The NASA GLOBE Clouds team highlights cloud observers Hilde Fålun Strøm (Norway) and Sunniva Sorby (Canada), who created Hearts In The Ice to call attention to all the rapid changes occurring in the polar regions due to the changing climate. These citizen scientists made history last year by being the first women to overwinter solo in the high Arctic. They spent 12 consecutive months without running water or electricity at a remote trappers cabin called “Bamsebu” in Svalbard, Norway. While they were there, they made numerous GLOBE cloud observations as ...


Posted in: Backyard Science Climate Climate Change Data Included General Science Earth as a System Earth System Science Scientist Skills Alumni Country Coordinators Partners Scientists Students Teachers Trainers Atmosphere Earth As a System Community Letters News Briefs Language Culture and Arts STEM Science Working Group Education Working Group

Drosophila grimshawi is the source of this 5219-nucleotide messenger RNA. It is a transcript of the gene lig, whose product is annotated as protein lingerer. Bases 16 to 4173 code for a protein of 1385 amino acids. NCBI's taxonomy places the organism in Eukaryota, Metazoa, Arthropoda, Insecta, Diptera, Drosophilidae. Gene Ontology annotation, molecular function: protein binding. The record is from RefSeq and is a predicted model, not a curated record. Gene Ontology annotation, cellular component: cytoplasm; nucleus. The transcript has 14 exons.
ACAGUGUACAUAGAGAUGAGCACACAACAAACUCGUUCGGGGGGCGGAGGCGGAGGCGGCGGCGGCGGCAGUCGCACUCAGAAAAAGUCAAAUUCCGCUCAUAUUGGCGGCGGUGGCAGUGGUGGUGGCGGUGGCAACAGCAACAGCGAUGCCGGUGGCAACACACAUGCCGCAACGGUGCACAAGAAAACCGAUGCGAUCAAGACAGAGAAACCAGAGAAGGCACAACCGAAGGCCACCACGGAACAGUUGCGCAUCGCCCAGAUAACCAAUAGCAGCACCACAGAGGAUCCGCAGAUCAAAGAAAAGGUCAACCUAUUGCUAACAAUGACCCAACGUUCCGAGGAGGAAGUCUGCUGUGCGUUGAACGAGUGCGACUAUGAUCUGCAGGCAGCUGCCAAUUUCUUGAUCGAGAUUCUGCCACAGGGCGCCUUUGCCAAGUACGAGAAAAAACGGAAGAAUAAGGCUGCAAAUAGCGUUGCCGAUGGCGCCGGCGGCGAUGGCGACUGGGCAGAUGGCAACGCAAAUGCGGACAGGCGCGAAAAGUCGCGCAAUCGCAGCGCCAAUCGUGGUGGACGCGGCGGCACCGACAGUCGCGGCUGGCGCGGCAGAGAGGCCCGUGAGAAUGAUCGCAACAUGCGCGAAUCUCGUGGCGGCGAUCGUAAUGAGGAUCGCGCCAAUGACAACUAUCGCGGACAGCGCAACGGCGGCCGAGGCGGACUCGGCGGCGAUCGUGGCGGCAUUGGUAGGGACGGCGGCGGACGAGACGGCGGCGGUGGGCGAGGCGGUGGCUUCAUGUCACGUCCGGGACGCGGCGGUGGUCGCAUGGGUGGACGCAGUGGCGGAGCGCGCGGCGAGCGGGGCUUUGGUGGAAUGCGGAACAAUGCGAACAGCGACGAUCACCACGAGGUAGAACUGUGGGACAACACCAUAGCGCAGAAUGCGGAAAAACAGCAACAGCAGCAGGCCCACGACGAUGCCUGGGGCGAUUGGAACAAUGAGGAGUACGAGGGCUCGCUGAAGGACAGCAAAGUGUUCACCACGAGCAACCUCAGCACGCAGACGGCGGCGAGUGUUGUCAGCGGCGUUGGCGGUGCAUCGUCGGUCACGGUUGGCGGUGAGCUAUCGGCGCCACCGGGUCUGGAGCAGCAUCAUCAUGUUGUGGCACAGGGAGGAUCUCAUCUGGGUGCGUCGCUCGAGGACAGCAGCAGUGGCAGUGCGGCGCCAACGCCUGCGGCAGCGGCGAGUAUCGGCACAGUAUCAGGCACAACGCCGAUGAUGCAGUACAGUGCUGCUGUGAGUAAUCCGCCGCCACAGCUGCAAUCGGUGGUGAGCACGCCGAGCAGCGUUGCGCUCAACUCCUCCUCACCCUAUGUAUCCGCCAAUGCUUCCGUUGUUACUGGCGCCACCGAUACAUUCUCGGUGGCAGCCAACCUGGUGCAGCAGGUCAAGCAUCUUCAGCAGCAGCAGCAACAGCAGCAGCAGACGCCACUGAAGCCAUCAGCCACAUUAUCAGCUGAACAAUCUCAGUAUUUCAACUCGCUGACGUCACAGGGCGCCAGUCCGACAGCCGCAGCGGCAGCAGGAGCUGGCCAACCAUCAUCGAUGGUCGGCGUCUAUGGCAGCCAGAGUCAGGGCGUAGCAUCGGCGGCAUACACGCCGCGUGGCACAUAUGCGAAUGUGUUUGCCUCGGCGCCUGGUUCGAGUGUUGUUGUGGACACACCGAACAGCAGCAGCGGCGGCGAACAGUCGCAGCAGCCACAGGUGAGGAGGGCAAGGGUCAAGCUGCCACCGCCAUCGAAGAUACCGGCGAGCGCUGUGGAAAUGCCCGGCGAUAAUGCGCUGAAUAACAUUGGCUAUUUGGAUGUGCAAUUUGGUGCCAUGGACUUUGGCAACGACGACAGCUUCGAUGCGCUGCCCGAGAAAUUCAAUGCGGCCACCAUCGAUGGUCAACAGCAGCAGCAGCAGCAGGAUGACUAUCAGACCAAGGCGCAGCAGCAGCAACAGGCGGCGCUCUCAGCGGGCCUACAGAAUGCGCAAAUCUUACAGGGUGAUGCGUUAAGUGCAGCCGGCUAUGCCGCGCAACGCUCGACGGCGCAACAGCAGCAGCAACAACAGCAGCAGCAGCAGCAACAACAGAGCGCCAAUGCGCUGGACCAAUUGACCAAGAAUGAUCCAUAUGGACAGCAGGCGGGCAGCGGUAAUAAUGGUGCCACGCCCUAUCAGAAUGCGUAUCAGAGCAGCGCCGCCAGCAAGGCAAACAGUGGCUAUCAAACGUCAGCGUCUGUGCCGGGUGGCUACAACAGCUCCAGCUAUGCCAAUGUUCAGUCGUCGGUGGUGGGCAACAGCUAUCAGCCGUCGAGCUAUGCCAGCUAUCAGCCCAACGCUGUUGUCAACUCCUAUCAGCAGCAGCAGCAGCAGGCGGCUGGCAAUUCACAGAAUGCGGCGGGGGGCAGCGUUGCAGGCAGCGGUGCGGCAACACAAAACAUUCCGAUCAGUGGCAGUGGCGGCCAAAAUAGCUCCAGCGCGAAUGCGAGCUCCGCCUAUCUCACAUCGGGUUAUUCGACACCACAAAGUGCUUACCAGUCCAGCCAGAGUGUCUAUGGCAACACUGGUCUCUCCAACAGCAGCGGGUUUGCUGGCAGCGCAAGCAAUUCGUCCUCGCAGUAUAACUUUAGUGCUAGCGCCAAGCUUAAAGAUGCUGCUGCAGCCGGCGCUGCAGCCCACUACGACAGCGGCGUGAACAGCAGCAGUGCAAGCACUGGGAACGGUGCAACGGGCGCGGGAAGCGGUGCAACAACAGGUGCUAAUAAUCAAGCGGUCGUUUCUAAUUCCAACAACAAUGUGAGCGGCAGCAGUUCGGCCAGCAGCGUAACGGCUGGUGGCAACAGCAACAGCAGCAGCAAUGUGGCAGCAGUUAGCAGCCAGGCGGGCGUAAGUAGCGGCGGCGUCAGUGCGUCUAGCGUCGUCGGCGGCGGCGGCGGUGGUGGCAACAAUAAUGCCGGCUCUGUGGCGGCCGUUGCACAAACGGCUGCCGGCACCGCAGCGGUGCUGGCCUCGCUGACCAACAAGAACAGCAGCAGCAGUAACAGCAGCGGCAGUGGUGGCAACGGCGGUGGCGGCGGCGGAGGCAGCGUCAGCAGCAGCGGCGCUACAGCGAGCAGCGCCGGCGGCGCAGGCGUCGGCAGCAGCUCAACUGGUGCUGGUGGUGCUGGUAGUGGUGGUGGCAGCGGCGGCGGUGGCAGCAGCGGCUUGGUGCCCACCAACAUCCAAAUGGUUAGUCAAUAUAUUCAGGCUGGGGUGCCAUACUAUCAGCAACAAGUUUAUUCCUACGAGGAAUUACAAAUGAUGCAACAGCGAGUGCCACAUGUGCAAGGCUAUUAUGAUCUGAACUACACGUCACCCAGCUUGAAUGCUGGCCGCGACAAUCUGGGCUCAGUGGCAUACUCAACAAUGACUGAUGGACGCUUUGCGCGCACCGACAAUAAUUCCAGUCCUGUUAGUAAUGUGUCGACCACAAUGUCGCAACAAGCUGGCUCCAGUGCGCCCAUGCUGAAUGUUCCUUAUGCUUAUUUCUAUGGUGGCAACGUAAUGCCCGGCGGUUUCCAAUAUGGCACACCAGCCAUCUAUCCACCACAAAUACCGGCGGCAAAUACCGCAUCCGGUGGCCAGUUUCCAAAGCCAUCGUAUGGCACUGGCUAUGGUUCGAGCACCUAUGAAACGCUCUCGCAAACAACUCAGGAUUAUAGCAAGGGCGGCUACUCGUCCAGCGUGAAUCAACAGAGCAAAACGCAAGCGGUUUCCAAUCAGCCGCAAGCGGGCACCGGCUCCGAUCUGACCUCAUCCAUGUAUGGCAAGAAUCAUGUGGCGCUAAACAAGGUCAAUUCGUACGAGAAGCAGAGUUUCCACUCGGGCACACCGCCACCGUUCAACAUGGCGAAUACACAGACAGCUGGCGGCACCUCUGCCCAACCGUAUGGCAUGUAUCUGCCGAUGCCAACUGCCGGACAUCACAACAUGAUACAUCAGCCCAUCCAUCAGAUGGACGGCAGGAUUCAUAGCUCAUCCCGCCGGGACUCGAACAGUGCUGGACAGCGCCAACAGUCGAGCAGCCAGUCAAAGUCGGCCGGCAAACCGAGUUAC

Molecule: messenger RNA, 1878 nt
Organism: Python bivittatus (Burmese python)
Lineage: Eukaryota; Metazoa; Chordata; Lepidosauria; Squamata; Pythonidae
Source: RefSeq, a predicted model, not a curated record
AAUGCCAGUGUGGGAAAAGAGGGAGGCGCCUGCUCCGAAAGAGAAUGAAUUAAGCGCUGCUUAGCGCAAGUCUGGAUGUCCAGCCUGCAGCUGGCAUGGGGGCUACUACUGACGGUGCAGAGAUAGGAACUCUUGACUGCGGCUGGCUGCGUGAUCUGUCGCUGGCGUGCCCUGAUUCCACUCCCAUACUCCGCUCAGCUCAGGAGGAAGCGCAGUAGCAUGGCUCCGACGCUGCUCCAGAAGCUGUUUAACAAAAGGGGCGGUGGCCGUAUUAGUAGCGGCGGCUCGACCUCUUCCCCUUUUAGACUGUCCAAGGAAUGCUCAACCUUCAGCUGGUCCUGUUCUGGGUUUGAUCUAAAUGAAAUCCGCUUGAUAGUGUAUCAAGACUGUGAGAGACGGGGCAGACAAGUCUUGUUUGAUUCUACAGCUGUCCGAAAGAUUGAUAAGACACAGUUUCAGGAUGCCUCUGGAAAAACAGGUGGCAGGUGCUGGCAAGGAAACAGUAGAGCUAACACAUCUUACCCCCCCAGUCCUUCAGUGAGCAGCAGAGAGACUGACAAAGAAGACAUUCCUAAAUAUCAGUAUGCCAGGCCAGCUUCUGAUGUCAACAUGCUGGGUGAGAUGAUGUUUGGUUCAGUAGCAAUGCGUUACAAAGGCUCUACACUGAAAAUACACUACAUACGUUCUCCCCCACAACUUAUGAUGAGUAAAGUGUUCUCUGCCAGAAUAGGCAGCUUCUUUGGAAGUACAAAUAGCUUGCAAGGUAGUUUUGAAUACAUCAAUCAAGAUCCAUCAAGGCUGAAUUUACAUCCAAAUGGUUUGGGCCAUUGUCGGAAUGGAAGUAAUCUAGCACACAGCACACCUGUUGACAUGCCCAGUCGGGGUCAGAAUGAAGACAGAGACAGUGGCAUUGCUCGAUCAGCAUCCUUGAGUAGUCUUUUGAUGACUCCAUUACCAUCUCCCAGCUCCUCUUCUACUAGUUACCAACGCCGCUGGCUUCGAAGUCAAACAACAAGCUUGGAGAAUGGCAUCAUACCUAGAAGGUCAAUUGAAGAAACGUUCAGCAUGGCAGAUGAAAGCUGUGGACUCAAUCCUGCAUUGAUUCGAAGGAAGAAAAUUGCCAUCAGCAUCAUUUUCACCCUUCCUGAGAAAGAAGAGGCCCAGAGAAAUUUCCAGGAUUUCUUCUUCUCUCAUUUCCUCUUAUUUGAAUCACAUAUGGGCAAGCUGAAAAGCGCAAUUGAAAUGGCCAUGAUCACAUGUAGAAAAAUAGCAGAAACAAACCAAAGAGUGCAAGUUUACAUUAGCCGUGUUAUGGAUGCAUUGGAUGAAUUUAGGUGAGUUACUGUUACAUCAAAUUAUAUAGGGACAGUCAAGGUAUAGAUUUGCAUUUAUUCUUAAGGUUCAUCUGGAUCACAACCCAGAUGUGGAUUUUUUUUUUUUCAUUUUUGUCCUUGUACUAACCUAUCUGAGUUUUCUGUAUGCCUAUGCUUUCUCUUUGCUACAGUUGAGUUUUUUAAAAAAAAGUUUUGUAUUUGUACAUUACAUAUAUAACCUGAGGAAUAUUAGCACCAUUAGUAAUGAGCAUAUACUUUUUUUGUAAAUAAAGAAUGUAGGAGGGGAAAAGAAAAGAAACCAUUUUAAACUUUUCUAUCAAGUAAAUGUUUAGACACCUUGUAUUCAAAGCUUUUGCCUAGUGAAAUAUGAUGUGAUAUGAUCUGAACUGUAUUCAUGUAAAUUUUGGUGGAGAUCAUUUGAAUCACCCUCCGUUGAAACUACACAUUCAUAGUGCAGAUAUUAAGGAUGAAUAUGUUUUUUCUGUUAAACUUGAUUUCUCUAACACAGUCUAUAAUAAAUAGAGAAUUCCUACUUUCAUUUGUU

The NASA GLOBE Clouds team is continuously working with scientists around the world finding ways that cloud observations from citizen scientists impact the most. As we find new ways of using the data, we want to remind you how important each part of your cloud report is to the scientific community. All cloud observations can help with big questions such as the link between clouds and climate.  Dr. Patrick Taylor is an atmospheric scientist at NASA Langley Research Center in Hampton, Virginia. In the Clouds and Earth’s Climate video , Patrick discusses how he studies clouds to ...


Posted in: Backyard Science Climate Climate Change General Science GLOBE Protocols Earth as a System Earth System Science Scientist Skills Investigation Area Documents Alumni Country Coordinators Partners Scientists Students Teachers Trainers Atmosphere Earth As a System Community Letters News Briefs Assessment and Evaluation Education Research Science and Math STEM Standard Research Report Science Working Group Education Working Group Atmosphere and Climate